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Forces at superhydrophobic and superamphiphobic surfaces
RISE Research Institutes of Sweden, Bioeconomy and Health, Material and Surface Design. KTH Royal Institute of Technology, Sweden.ORCID iD: 0000-0001-8971-3397
KTH Royal Institute of Technology, Sweden.
2020 (English)In: Current Opinion in Colloid & Interface Science, ISSN 1359-0294, E-ISSN 1879-0399, Vol. 47, p. 46-57Article in journal (Refereed) Published
Abstract [en]

Forces exerted at surfaces and interphases due to formation of gaseous (air or vapor) bridges describe the extreme liquid repellence in superhydrophobicity (SH) and amphiphobicity. The neighboring research areas of liquid capillary bridges and that of interactions between hydrophobic surfaces are highly valuable reference systems. We review recent findings with particular focus on the three-phase contact line and surface forces. Although macroscopic contact angles (>150°), low contact angle hysteresis (<10°, but can be high; parahydrophobic or petal type) and low roll-off angle (≤5–10°) are adequate criteria for SH and superamphiphobicity (SA) for most studies, a detailed understanding requires a view related to mechanisms. Experimental studies of liquid drop–substrate and particle–substrate adhesion in hydrophobic, SH, and SA systems are summarized by relating measured forces to the wetting tension, γcosθ. A low wetting tension value is a necessary but not sufficient criterion for SH and SA systems. The picture emerging from detailed force distance studies is that extreme liquid repellence in SH and SA systems is a progression of liquid repellence due to hydrophobicity, in which force curves can be explained by capillary forces of constant volume of the gaseous capillary. In SH and SA, neither the capillary force equation assuming constant volume nor constant pressure of the gaseous capillary explains experimental force measurements as the capillary increases in both volume and pressure. In recent experimental studies, a transition is observed into nonconstant volume and pressure which suggests an SH and SA wetting transition from constant volume or pressure to a capillary growth as driven by the γA and the PV works but also by forces at the three-phase contact SLV (solid-liquid-vapor) line, viz. pinning forces, Fpin and Fdepin, and line energy, (τL)SLV, terms. Supported by calculations of the different contributions, we suggest this transition being an appropriate definition for the onset of (appreciable) SH and SA. © 2019 The Author(s)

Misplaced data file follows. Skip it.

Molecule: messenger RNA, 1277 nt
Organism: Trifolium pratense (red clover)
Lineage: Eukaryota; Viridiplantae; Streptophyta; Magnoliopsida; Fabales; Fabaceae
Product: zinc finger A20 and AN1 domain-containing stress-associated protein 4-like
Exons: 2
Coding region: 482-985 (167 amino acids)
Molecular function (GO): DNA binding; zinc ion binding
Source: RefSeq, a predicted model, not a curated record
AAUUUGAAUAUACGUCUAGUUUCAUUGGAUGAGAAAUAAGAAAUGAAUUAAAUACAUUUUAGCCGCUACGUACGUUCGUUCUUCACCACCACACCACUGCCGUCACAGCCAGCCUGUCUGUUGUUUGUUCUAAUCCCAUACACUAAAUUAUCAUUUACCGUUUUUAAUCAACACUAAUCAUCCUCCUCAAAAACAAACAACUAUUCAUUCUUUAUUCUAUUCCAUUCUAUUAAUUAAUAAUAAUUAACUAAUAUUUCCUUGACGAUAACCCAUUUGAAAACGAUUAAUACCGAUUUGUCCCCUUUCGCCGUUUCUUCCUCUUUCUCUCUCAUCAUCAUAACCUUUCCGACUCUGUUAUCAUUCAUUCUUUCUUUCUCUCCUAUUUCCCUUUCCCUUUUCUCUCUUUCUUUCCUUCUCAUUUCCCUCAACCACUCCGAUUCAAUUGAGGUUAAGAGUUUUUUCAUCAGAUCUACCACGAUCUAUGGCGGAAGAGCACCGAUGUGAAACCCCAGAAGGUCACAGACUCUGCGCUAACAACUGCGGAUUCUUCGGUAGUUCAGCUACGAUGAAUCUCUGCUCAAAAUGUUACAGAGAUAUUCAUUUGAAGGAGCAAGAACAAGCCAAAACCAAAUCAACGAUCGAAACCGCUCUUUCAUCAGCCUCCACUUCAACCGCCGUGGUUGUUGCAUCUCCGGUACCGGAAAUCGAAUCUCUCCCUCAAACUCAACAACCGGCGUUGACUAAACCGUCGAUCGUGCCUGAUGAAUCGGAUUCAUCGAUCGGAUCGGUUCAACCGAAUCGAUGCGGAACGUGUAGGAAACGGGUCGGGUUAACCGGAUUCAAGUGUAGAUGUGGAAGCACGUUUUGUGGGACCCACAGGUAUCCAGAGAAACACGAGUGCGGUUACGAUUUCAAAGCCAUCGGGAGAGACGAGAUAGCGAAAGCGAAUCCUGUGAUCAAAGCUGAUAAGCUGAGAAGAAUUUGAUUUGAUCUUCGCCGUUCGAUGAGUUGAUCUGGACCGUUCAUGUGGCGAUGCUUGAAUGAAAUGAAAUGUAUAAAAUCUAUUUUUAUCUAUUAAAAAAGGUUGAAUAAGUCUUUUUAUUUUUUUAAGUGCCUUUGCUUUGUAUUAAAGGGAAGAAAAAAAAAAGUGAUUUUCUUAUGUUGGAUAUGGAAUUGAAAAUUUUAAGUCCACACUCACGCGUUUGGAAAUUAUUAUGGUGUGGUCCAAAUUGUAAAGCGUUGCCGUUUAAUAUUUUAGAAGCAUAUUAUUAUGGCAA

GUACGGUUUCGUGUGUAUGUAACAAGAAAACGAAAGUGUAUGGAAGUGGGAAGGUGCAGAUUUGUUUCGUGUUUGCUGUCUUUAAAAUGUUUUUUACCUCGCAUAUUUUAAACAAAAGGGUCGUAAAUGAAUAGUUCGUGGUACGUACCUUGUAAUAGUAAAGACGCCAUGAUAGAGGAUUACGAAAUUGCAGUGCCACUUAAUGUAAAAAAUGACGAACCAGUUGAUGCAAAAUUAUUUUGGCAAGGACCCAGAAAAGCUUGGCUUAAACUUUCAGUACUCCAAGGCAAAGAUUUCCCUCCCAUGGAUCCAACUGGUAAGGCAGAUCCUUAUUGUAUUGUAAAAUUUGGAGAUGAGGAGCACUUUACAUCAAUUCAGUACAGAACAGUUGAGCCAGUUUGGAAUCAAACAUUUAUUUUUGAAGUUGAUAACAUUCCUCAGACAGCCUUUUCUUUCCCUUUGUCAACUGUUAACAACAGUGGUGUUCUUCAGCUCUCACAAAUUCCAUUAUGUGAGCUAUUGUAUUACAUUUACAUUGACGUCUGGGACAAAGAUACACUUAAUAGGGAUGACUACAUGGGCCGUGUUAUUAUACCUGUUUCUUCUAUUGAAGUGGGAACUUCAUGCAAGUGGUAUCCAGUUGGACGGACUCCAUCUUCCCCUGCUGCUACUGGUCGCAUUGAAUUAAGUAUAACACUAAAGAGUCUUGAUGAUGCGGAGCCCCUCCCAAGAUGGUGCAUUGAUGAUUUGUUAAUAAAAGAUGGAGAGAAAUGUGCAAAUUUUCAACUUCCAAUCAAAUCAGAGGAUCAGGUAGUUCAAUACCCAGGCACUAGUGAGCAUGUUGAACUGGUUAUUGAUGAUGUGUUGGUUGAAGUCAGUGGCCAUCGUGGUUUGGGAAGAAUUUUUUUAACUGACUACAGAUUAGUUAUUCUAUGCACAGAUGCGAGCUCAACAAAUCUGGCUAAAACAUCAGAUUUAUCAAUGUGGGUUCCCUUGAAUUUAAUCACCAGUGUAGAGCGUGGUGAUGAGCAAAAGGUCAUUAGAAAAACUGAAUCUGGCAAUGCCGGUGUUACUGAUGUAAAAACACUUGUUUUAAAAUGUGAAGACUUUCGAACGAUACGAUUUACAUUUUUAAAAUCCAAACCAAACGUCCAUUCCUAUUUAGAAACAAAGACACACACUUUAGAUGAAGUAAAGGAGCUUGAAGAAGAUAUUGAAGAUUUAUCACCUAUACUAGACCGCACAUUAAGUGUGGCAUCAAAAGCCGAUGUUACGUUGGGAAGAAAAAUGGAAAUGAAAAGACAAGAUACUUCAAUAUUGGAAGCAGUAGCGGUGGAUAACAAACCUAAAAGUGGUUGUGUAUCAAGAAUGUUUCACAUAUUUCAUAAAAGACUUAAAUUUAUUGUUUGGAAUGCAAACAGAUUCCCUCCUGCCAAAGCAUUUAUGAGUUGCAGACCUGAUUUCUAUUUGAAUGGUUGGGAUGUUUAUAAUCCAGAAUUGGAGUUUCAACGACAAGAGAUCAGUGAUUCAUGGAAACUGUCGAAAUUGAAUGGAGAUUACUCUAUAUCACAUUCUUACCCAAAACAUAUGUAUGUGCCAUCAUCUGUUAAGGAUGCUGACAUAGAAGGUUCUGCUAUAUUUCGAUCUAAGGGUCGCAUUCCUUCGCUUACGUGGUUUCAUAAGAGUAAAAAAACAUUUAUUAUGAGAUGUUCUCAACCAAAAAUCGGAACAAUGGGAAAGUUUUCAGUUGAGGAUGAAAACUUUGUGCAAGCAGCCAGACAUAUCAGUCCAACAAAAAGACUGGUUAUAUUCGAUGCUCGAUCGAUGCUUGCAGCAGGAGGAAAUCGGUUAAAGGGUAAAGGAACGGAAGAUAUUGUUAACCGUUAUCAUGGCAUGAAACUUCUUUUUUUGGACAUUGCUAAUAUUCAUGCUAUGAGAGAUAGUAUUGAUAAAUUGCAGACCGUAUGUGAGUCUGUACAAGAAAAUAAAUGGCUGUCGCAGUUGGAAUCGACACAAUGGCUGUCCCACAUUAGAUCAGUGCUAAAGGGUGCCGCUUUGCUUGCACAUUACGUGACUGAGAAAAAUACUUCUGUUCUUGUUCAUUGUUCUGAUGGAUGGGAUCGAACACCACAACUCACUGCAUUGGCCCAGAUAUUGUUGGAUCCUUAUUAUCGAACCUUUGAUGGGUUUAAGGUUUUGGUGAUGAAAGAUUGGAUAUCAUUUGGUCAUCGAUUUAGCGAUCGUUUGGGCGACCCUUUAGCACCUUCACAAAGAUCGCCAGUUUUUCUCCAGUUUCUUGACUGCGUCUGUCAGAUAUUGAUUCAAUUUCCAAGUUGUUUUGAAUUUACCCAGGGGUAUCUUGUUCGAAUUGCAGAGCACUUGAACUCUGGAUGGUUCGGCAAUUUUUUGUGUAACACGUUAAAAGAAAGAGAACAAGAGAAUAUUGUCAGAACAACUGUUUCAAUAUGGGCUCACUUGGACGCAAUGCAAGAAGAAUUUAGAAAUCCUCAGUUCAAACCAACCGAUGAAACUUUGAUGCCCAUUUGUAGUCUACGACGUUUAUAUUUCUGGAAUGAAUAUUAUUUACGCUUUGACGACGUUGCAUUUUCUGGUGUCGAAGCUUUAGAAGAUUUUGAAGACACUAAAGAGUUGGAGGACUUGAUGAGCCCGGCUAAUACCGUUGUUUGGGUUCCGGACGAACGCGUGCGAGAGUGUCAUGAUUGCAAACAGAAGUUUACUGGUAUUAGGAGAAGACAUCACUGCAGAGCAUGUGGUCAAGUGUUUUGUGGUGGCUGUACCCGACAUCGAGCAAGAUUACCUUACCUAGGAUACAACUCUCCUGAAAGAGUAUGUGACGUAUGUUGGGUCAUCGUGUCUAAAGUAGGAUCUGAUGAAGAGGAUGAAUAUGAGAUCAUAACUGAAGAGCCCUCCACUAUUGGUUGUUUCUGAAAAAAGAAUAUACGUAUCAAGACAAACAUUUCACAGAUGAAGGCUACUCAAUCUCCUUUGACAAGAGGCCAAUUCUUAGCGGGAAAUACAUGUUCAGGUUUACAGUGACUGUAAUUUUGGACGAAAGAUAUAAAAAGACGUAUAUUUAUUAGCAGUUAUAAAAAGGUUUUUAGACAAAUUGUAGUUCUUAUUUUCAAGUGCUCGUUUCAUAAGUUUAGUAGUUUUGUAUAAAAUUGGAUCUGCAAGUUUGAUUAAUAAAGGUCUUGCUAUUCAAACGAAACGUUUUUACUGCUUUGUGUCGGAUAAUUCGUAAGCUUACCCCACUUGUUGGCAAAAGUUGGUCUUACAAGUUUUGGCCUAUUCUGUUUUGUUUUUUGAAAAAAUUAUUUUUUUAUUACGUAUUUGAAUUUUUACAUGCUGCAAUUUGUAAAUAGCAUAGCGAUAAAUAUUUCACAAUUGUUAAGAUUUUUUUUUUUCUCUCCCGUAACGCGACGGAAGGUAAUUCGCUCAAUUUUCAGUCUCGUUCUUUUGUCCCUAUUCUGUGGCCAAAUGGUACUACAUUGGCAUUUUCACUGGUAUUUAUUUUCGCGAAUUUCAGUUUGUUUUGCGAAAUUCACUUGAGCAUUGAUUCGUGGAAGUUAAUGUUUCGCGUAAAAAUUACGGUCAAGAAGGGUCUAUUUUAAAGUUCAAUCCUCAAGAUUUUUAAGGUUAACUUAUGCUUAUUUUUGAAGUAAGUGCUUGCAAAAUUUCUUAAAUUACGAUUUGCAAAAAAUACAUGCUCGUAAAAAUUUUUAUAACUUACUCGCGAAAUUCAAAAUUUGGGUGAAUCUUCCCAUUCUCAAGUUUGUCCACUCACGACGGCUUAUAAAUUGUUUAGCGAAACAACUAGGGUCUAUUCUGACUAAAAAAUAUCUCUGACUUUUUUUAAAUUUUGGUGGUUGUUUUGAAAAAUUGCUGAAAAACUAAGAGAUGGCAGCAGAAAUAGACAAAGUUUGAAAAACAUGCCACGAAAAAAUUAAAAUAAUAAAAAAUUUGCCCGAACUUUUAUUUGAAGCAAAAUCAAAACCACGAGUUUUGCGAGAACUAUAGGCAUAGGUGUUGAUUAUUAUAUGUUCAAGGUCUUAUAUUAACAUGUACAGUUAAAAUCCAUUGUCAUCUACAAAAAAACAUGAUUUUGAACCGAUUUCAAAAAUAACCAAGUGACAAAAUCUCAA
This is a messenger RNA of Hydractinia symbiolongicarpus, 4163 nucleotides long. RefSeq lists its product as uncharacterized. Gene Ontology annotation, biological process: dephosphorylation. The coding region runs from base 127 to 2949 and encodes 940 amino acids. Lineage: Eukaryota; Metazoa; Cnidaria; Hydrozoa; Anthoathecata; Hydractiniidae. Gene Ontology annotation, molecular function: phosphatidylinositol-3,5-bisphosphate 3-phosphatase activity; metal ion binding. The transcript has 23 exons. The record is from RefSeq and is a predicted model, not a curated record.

Place, publisher, year, edition, pages
Elsevier Ltd , 2020. Vol. 47, p. 46-57
Keywords [en]
Capillary force, Contact angle, Hydrophobicity, Laplace pressure, Line tension, Pinning, Superamphiphobicity, Superhydrophobicity, Surface force, Wetting, Liquids, Magnetic bubbles, Surface forces
National Category
Natural Sciences
Identifiers
URN: urn:nbn:se:ri:diva-43356DOI: 10.1016/j.cocis.2019.11.012Scopus ID: 2-s2.0-85077750466OAI: oai:DiVA.org:ri-43356DiVA, id: diva2:1389045
Note

Funding details: 2016–01362; Funding details: Stiftelsen för Strategisk Forskning, SSF; Funding details: Stiftelsen Nils och Dorthi Troëdssons Forskningsfond, 898/16; Funding text 1: This work is part of the project “Nanoscopic forces between liquid super repellent surfaces”, funded by SSF, the Swedish Foundation for Strategic Research (grant no. FID15-0029 ) and Omya International AG . Further support is from the Formas research council (grant no. 2016–01362 ) and from the Nils and Dorthi Troëdsson Foundation for Scientific Research (grant no. 898/16 ), which also supports AS as adjunct professor at KTH. We enjoy a fruitful collaboration with Prof. Dr. Doris Vollmer, Dr. Michael Kappl, and coworkers at the Max Planck Institute for Polymer Research.

Available from: 2020-01-28 Created: 2020-01-28 Last updated: 2020-01-28Bibliographically approved

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